With the ongoing cold, went and wind, it’s hard to think about spring. February is the month we have the heaviest rain and strongest winds, even if the coldest temperatures of winter are now behind us. However, it’s never too early to start getting your garden ready though and the heavy rain typical of February will make the soil in your garden nice and soft, easy for turning. Here is how you can keep your garden looking great for the few weeks left of winter and get ready for spring.
Turn Your Soil Over
Ground frost can make your soil hard and a lack of rain in December and January can compound frozen soil. February has two advantages over November-January: warmer temperatures and rain. Both are conducive to making soil easier to manage. After months of being left alone, the best thing you can do to prepare your soil now is to turn it over, loosen it up and prepare for a March-April period full of planting. Also, aerate your lawn. You don’t need an expensive tool, just an old broom handle to punch holes in the soil at regular spaces.
Chit Your Seed Potatoes
Although some people tend to leave their potatoes until March, there is no reason not to start the process mid or late February. How do you chit your seed potatoes? Plant them carefully upright, selecting those with two or more eyes and ensure they go in a sunny place in the garden not prone to frost. The farther south you are, the earlier you can get away with planting. An east or west-facing porch is the best place, but anywhere that your potatoes will get the best of the winter sun and little frost will be ideal.
Focus on Winter Plants and Perennials
Winter flowering plants are now likely past their best so it is a good time to begin preening dead flowers and leaves as we head towards spring. Preening always stimulates growth and keeps plants looking fresh and feeling healthy; winter is still here so you might still get some good growth still. You should also spend some time on your perennials; cut back wisteria and other hardy plants back to a couple of buds. You will be thankful for the effort in the summer when they are in full bloom.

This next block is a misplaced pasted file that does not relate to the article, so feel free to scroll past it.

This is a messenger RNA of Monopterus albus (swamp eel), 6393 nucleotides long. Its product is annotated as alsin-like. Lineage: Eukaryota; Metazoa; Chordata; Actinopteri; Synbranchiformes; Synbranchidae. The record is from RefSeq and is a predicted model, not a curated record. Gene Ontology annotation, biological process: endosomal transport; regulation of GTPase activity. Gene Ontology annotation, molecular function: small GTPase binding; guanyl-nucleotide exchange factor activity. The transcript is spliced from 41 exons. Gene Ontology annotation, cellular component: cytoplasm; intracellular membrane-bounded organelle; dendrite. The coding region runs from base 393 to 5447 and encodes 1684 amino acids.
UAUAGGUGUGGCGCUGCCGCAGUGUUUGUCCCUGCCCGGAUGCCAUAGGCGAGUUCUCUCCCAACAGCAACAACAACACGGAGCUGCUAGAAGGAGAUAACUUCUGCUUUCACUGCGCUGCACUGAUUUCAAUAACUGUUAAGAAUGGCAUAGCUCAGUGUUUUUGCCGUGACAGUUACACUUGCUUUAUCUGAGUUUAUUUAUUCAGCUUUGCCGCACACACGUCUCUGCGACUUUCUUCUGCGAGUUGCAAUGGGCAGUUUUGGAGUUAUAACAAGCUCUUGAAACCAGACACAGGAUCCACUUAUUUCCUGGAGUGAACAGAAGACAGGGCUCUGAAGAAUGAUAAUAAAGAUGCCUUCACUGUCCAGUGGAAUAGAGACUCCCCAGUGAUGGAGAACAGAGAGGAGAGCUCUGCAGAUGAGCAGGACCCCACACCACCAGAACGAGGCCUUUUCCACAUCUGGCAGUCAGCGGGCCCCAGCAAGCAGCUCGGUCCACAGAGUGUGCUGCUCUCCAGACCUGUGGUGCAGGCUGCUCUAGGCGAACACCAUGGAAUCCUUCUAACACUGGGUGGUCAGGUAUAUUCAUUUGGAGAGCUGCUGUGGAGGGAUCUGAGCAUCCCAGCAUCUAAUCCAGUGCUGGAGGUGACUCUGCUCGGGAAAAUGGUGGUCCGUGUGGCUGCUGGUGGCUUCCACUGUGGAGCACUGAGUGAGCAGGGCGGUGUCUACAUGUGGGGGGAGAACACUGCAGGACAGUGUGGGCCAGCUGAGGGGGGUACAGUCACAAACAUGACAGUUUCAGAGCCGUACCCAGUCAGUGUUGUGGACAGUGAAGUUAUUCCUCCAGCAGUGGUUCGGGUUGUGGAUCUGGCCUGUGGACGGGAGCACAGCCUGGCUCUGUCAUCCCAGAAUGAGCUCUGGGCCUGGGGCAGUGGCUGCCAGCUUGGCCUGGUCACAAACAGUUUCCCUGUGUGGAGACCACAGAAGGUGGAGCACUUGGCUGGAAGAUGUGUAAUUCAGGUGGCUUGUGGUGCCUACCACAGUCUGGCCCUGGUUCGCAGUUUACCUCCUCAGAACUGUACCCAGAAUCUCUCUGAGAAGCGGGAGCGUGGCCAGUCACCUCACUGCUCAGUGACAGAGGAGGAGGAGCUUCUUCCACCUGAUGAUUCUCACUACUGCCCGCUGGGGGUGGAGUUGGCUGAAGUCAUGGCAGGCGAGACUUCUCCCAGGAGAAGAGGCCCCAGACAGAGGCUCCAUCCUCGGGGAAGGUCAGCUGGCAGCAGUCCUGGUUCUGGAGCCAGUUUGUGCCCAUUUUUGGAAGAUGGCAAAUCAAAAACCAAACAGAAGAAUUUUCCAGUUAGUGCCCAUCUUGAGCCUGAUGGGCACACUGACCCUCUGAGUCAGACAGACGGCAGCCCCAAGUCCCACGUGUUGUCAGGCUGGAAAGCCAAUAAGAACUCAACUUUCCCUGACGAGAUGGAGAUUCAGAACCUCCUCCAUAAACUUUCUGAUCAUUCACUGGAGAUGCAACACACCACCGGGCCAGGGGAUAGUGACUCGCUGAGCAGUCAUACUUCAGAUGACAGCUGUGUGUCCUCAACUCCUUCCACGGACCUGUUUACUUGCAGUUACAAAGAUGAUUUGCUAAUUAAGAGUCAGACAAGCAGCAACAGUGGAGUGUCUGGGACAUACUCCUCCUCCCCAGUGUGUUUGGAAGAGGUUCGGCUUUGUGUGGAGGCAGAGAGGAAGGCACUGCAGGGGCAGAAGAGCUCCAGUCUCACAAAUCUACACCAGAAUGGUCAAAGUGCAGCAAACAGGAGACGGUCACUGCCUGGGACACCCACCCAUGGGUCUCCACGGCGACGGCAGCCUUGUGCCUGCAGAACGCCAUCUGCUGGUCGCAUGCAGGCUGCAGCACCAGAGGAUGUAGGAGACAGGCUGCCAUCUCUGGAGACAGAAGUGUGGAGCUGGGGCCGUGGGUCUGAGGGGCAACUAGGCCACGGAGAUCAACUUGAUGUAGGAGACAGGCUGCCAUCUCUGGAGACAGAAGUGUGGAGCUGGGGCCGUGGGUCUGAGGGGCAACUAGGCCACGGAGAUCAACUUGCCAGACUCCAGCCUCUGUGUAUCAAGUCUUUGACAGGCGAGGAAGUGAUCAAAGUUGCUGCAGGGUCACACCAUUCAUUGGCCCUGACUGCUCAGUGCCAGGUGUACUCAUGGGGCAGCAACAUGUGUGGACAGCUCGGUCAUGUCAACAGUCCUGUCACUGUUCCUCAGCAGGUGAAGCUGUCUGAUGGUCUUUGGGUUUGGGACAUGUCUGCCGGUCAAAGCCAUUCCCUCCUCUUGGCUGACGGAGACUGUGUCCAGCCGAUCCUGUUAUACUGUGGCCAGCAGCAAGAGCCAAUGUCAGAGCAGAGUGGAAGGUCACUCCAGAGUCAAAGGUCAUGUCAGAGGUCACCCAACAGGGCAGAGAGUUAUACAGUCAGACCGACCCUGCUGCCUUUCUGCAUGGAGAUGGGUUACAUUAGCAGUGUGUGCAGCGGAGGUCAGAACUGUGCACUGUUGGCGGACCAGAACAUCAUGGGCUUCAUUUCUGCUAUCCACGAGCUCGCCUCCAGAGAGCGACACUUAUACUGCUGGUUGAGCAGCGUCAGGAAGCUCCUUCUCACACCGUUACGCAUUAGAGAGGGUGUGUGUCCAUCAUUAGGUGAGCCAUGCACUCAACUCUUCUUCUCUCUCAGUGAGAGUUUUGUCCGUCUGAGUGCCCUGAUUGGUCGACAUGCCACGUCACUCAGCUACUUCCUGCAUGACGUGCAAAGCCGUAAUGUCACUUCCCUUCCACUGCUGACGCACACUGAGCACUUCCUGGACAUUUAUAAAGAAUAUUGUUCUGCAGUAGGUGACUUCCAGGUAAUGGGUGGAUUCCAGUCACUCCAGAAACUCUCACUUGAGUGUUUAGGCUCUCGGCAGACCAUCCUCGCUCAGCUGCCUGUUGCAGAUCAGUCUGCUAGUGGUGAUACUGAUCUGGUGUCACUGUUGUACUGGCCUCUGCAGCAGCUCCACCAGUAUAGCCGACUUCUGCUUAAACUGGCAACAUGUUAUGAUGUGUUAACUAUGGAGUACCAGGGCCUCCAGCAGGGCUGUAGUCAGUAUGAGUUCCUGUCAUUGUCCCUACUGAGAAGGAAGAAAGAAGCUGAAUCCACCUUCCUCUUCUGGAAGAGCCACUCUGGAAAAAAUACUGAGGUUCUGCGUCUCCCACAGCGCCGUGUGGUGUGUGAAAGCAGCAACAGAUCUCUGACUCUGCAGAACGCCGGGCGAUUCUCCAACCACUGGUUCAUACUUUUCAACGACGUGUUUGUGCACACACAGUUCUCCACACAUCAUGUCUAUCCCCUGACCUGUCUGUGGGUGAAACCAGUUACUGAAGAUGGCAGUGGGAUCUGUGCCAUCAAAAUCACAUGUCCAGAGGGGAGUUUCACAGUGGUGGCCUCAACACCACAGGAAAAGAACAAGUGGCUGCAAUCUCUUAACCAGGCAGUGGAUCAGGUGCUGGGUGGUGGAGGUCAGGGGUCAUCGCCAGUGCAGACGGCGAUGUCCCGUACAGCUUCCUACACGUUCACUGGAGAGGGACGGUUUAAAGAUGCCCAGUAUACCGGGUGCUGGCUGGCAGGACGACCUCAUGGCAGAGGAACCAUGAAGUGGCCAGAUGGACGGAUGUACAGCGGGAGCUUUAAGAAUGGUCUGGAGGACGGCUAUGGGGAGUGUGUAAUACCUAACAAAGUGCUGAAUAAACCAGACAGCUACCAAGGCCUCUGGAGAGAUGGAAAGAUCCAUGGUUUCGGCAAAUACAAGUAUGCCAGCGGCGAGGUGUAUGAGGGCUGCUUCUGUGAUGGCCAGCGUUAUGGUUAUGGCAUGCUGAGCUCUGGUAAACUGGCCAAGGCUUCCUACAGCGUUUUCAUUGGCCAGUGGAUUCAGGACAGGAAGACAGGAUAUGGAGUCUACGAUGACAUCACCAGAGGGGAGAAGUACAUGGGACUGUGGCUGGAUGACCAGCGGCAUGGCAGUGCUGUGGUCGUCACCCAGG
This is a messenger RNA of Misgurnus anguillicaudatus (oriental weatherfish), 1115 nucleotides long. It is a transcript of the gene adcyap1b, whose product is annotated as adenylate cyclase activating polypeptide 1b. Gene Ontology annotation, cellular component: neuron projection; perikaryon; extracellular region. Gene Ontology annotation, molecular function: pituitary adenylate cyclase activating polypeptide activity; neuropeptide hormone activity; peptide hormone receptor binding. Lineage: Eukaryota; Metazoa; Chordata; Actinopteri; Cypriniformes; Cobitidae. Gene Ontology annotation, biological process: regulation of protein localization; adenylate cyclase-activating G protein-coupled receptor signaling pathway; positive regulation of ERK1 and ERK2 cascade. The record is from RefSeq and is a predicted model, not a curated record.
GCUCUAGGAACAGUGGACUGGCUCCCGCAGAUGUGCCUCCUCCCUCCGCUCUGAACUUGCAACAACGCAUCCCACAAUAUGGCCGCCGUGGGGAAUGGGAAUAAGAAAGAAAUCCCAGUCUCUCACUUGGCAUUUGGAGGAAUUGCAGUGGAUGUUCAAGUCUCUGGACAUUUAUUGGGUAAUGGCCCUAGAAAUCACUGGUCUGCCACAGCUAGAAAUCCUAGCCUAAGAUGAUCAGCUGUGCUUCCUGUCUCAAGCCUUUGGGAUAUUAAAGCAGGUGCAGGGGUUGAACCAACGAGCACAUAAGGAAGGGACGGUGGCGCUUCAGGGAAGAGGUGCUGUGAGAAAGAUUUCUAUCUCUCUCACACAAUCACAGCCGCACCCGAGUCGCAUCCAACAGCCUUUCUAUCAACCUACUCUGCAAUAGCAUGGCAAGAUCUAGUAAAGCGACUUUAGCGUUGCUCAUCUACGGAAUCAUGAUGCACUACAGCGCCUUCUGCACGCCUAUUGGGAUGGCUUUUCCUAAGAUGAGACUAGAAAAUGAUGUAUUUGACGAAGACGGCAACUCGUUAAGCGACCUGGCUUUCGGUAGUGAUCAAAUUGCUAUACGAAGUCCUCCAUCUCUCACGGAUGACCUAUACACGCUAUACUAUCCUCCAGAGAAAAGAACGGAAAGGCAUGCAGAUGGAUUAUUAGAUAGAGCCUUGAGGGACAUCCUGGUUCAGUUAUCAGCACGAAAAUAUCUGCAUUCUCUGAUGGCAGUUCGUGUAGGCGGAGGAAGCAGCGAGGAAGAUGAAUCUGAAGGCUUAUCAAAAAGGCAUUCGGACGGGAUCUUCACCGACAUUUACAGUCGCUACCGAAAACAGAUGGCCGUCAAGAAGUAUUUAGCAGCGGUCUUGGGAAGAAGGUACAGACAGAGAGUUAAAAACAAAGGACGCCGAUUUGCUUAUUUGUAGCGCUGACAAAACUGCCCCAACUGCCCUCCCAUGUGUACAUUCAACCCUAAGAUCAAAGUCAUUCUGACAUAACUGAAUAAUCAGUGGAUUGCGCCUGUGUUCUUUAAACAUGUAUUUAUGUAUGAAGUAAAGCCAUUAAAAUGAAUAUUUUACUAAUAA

Ventilate Your Greenhouses
While February is known for its cold and wet, the occasional sunny and mild days indicate the spring to come. You will find increasing hours of sun in February so do take advantage of it. Ventilate your greenhouses to get the air circulating and maximise exposure to the sun for the plants inside. Now is also the perfect time to plant bulbs and seeds to go under cover. This means cloches and low cabinet style greenhouses. The combination of warm sun, greenhouse effect, protection from frost and pests will give them a great head start.
What to Plant in February?
February is the beginning of the planting season for some crops. Many will go in the greenhouse but some you can plant directly outdoors. We’ve already discussed potatoes above. Here are a few more.
- Rhubarb: this popular British fruit is an early crop. Planting crowns now when you’re confident that the worst of the frost is over will mean you’re enjoying the fruit early in the year.
- Raspberries and blackberries: This can be tricky, plant if the soil is neither waterlogged nor frozen (and is unlikely to experience either for the rest of the season).
- Broad beans: It’s still too early for some of the broad beans’ cousins, but as with raspberries and blackberries, you can plant now if there is no significant frost or waterlogging.
- Strawberry plants: For such a delicate, sweet and delicious fruit, the strawberry plant is incredibly resilient. Plant now for an ideal crop for Wimbledon